Five Mistakes to Avoid When Writing IB Extended Essays

IB Extended Essays

The IB Extended Essay (EE) is compulsory and required of your IB diploma, it is considered a core assessment that all students are required to complete. Students will have to put in the extra care and effort to ensure that they excel in this component. However, it is easier said than done given that there are so many criteria to meet for writing an outstanding IB extended essay. Hence, we narrowed down some of the common mistakes students tend to make when writing their IB extended essays. 


Five common mistakes to avoid when writing IB extended essay


IB Extended Essays


1. Failure to understand the different elements of the IB extended essay

There are many elements and structures to writing IB extended essays, including but not limited to the following: 

  • Abstract
  • Application of evaluative and analytical skills appropriate for the subject
  • Conclusion
  • Comprehension of the studied topic
  • Formal presentation
  • Holistic judgment
  • Introduction
  • Investigation
  • Knowledge
  • Research question
  • Reasoned argument
  • Use of language and vocabulary appropriate for the subject


Clearly understanding these ambiguous terms helps to ensure that you know what is needed to get a high score on your IB extended essay. These terms have specific definitions to them which are helpful for guiding students on what needs to be elaborated or brief. It also prevents students from missing out on any important points. A clear hypothesis for your essay can show your understanding, hence knowing these terms can be vital for exams.


IB Extended Essays


2. Not reading the question carefully 

Students that fail to read and understand the question will lose half their battle in their IB extended essay, even if they have a good piece. Therefore, before you can even think about anything else, you should understand the IB extended essays’ question before attempting to answer. What is it that the question is asking? What should be the intended outcome of your essay? Does it align with what the question is asking? Students can always refer back to the question while writing to make sure that their essay is still relevant and related to the question.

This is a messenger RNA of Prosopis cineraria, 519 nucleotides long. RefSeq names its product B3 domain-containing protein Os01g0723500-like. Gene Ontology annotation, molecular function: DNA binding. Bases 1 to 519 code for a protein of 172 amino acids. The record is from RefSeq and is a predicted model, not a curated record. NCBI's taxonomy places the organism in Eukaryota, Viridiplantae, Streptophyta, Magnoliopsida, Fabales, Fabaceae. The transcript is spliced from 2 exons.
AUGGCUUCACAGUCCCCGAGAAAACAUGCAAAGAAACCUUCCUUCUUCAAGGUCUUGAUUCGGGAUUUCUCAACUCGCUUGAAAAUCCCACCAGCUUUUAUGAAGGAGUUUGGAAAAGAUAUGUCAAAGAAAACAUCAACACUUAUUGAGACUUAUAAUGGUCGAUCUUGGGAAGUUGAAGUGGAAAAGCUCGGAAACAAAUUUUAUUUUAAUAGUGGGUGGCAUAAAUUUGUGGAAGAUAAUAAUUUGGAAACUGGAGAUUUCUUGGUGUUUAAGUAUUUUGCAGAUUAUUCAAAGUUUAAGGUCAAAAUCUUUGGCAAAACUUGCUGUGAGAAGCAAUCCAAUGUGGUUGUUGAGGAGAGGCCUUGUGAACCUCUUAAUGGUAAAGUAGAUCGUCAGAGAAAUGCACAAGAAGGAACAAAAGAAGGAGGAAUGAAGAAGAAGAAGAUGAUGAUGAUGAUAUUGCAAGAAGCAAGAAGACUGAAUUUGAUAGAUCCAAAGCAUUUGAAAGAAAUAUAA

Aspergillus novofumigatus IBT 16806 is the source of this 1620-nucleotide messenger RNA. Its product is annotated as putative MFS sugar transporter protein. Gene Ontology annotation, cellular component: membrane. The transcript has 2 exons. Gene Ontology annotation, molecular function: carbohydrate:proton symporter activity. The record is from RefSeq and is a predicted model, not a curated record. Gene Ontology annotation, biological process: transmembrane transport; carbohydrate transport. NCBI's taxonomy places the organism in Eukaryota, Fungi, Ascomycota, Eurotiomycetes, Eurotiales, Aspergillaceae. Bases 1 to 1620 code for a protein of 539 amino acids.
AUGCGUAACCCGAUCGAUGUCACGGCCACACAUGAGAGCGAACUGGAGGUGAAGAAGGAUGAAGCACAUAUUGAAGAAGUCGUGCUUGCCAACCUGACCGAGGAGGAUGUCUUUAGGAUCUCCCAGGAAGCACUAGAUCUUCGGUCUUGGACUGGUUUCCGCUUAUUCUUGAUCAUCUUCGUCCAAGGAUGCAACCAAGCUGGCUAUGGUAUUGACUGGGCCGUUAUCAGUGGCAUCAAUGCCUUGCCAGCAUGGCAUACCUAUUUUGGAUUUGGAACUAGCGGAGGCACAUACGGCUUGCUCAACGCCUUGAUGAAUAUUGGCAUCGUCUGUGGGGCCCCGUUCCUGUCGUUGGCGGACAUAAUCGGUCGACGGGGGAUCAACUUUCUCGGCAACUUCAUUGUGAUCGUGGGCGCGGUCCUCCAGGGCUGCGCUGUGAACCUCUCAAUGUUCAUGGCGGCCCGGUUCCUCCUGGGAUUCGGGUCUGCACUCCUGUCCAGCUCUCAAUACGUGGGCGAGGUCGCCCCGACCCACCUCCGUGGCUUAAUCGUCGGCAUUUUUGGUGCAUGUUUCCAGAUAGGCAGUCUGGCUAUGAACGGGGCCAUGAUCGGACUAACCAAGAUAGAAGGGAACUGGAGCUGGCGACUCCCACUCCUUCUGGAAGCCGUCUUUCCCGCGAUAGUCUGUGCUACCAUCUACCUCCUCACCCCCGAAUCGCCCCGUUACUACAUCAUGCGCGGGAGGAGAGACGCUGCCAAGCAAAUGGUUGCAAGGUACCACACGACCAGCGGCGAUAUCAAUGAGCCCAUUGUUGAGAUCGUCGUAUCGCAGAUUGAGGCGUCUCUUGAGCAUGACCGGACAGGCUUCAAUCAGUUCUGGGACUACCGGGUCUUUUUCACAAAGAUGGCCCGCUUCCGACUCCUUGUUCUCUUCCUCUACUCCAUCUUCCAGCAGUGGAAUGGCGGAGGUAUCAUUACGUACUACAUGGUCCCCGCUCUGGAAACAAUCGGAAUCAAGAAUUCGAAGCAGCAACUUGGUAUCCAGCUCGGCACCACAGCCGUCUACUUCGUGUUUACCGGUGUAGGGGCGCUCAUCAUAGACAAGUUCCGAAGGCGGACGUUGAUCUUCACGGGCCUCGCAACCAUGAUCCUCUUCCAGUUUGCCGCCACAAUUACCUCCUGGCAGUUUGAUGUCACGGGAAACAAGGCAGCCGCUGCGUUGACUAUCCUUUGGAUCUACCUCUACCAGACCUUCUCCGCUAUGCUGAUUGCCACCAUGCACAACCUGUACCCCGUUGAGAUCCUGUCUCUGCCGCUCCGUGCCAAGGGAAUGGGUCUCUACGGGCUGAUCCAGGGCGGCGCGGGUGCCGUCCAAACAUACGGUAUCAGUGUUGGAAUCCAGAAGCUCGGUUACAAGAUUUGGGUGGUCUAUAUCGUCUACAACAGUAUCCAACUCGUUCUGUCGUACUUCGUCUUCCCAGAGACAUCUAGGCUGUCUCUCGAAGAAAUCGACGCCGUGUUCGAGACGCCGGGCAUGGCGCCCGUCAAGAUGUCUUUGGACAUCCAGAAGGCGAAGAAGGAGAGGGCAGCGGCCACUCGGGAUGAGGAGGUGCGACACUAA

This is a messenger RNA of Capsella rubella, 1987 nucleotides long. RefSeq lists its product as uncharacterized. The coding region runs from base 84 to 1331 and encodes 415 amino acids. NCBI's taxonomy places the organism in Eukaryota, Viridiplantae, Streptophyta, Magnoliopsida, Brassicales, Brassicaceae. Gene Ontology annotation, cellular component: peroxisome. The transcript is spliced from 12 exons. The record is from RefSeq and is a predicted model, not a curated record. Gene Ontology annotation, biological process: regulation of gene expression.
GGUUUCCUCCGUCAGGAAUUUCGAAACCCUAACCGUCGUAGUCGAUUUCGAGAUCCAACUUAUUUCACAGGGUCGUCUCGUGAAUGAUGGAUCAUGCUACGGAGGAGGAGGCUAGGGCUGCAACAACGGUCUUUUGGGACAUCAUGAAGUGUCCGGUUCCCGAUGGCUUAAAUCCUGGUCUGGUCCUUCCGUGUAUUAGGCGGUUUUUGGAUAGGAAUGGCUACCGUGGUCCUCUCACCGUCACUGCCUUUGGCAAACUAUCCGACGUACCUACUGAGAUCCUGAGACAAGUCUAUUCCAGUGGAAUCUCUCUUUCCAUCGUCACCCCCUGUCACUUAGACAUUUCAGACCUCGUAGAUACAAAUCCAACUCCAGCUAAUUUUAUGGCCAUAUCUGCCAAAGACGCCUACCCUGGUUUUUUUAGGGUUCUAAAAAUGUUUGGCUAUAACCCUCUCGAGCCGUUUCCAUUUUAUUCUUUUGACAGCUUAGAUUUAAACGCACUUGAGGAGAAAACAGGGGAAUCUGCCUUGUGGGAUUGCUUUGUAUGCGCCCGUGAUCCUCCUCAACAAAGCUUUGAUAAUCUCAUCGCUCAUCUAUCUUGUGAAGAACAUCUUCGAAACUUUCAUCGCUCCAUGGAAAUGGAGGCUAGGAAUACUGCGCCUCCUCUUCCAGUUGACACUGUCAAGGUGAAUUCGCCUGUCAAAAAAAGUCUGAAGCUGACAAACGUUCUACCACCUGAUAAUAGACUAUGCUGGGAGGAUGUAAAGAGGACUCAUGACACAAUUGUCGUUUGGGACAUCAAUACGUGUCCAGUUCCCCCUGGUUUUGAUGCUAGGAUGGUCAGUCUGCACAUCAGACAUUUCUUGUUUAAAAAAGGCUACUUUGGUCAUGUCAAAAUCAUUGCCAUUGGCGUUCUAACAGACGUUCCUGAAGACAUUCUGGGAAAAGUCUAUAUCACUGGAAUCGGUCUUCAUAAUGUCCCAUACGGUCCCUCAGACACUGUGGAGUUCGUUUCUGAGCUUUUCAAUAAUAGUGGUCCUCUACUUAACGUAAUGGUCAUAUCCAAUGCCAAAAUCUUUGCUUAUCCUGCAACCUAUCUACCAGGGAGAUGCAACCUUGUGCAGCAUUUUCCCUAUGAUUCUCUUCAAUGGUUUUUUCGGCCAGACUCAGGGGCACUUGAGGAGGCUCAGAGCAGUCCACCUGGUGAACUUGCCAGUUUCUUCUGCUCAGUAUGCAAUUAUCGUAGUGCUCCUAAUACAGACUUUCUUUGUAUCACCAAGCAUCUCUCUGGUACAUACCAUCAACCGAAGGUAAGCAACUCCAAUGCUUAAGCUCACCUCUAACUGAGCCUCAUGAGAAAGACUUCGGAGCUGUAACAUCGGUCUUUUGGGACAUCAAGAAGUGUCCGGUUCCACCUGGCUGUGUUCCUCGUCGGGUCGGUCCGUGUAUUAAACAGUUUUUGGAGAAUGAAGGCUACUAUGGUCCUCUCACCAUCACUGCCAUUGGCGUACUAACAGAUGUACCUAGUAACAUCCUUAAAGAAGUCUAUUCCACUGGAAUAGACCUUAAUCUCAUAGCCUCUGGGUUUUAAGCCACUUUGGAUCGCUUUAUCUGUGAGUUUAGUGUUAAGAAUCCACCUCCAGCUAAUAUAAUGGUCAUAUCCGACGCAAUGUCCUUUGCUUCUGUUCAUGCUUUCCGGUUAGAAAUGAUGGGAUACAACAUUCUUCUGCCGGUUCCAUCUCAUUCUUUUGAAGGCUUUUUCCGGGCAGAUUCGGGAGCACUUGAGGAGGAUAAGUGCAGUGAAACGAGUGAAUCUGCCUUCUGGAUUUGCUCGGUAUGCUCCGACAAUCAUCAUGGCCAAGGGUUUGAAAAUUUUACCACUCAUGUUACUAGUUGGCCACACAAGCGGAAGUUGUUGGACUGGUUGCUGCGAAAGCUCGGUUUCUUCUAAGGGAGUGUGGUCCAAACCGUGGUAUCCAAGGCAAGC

IB Extended Essays


3. Failure to reference all the sources accurately and precisely 

Referencing is not just about acknowledging that you are using other people’s work, it also helps to show your professionalism. Referencing also puts your work into context and offers people your essay’s insights in breadth and depth. Regardless if this is a grading criterion or not, referencing is an important part of writing, and citing your sources accurately will only bring you more good than bad. 


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4. Lack of planning 

Planning is important when it comes to writing any kind of essay. The IB extended essay requires students to be logical in what they are intending to convey. Planning is half the battle won because you will have the opportunity to spot any flaws and rectify them immediately as well as spend time thinking about the areas you wish to emphasize or elaborate on. Hence, even if you are not one to plan, having a rough idea of what you are going to write, and how you are going to structure your essay is still a good starting point. 


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5. Using weak or poorly developed examples in your essay

Examples are important to not only back your essay up but also offer readers another perspective of looking at something. Hence, selecting the right examples is just as important as other parts of your essay. 

Especially for essays that are heavily based on factual information, you should take note of the examples you are providing your readers. Using examples with poor stands can cause your essay to be unsubstantiated enough or sound passive. Both of which can cause you to lose marks on your IB extended essay. Therefore, be sure to use reliable and credible sources that have a strong argument or stand to prove your point. 


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